The ruling in C-610/15 Stichting Brein (link)

This request for a preliminary ruling was made in proceedings where Stichting Brein (SB), an anti-piracy organisation in the Netherlands, sought an injunction against internet access providers to block the domain name and IP addresses of The Pirate Bay (TPB).

The Dutch Supreme Court asked whether there was “a communication to the public within the meaning of Article 3(1) of Directive 2001/29 (InfoSoc Directive) by the operator of a website, if no protected works are available on that website, but a system exists … by means of which metadata on protected works which are present on the users’ computers are indexed and categorised for users, so that the users can trace and upload and download the protected works on the basis thereof?”

The CJEU answered yes, the making available and management of an online sharing platform, such as TPB, constitutes a ‘communication to the public’ (para 47). Some important aspects of the decision are highlighted below.

Act of communication

The CJEU held that the operators of an online sharing platform, such as TPB, were making an act of communication, despite the works being placed online on the platform by users themselves. (paras 36 and 39) By making available and managing an online sharing platform, the operators of that platform “intervene, with full knowledge of the consequences of their conduct, to provide access to protected works, by indexing on that platform torrent files which allow users of the platform to locate those works and to share them within the context of a peer-to-peer network” (para 36).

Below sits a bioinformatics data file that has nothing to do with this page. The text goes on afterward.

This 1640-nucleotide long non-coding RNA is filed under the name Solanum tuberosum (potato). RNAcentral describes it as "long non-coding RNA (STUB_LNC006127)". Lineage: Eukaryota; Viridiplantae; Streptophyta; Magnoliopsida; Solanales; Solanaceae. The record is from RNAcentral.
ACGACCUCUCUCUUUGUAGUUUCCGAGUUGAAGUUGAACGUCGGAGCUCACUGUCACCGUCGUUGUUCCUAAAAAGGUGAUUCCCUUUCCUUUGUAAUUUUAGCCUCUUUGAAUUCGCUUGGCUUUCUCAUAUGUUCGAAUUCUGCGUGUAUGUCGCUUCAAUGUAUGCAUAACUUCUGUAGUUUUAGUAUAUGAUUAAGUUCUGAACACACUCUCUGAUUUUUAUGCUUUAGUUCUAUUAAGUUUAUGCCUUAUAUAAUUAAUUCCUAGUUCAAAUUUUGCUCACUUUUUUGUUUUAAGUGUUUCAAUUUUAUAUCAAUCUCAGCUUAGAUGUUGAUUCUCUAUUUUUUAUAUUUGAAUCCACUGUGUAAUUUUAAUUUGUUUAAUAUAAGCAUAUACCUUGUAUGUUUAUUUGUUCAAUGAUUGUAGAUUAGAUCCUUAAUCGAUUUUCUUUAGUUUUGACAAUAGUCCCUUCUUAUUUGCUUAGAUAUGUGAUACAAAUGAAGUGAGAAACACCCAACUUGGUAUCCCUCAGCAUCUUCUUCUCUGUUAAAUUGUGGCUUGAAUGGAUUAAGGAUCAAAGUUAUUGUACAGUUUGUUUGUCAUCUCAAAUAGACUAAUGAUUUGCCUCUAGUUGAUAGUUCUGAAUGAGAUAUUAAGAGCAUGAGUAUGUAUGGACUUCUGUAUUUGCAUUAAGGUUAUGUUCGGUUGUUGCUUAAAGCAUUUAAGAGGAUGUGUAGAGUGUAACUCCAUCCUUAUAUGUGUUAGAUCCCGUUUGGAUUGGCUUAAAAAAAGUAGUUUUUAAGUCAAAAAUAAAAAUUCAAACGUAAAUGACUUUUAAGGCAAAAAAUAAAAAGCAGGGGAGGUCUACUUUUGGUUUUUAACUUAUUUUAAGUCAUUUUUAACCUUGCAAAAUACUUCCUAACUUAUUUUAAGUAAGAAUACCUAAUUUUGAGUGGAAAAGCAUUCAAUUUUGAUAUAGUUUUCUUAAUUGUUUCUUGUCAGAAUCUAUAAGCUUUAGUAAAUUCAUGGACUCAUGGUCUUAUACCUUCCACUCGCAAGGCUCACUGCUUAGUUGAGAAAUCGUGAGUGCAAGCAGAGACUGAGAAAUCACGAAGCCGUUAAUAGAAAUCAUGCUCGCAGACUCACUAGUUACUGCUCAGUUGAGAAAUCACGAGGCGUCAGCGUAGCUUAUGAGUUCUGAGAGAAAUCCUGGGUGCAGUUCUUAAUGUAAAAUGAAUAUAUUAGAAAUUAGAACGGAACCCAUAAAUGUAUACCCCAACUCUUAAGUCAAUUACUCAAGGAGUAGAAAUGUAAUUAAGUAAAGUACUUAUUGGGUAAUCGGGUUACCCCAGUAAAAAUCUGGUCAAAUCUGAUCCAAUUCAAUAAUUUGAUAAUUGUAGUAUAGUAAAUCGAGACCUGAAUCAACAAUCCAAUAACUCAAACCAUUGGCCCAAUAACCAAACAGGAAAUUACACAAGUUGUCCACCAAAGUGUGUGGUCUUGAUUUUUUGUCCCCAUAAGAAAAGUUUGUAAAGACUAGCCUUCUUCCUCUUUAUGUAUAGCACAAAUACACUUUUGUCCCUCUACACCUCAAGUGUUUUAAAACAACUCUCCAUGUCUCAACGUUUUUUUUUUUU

Interestingly, the CJEU relies on the fact that, absent the intervention, “at the very least, sharing them [the works] on the internet would prove to be more complex” (para 36). This is an extension of the often stated principle that absent an intervention, users “would not, in principle, be able to enjoy the broadcast work” (C‑160/15 GS Media, para 35, available here). The principle now appears to include instances where, absent the intervention, it would be difficult or complex for users to access the relevant work(s).

Communication to a ‘public’

Curiously, the CJEU assessed whether there was a communication to a new public. This may not have been necessary because, as Attorney General Szpuna indicated, communication through peer-to-peer networks is a different technical means to that used for the initial communication (C‑610/15 Opinion, para 47, available here).

In considering the new public criterion, the Court held that it was satisfied because the operators of the online sharing platform TPB “could not be unaware that this platform provides access to works published without the consent of the rightholders” (para 45). This appears to include a requirement of actual knowledge, rather than any rebuttable presumption as found in GS Media.

The implications for the UK

This case is significant because it broadens the scope of primary infringement to include intermediaries which enable users to share content, such as TPB.

As primary infringement is widely harmonised among the EU member states, this decision affects the interpretation of the ‘communication to the public’ right contained in s20 of the Copyright, Designs and Patents Act 1988.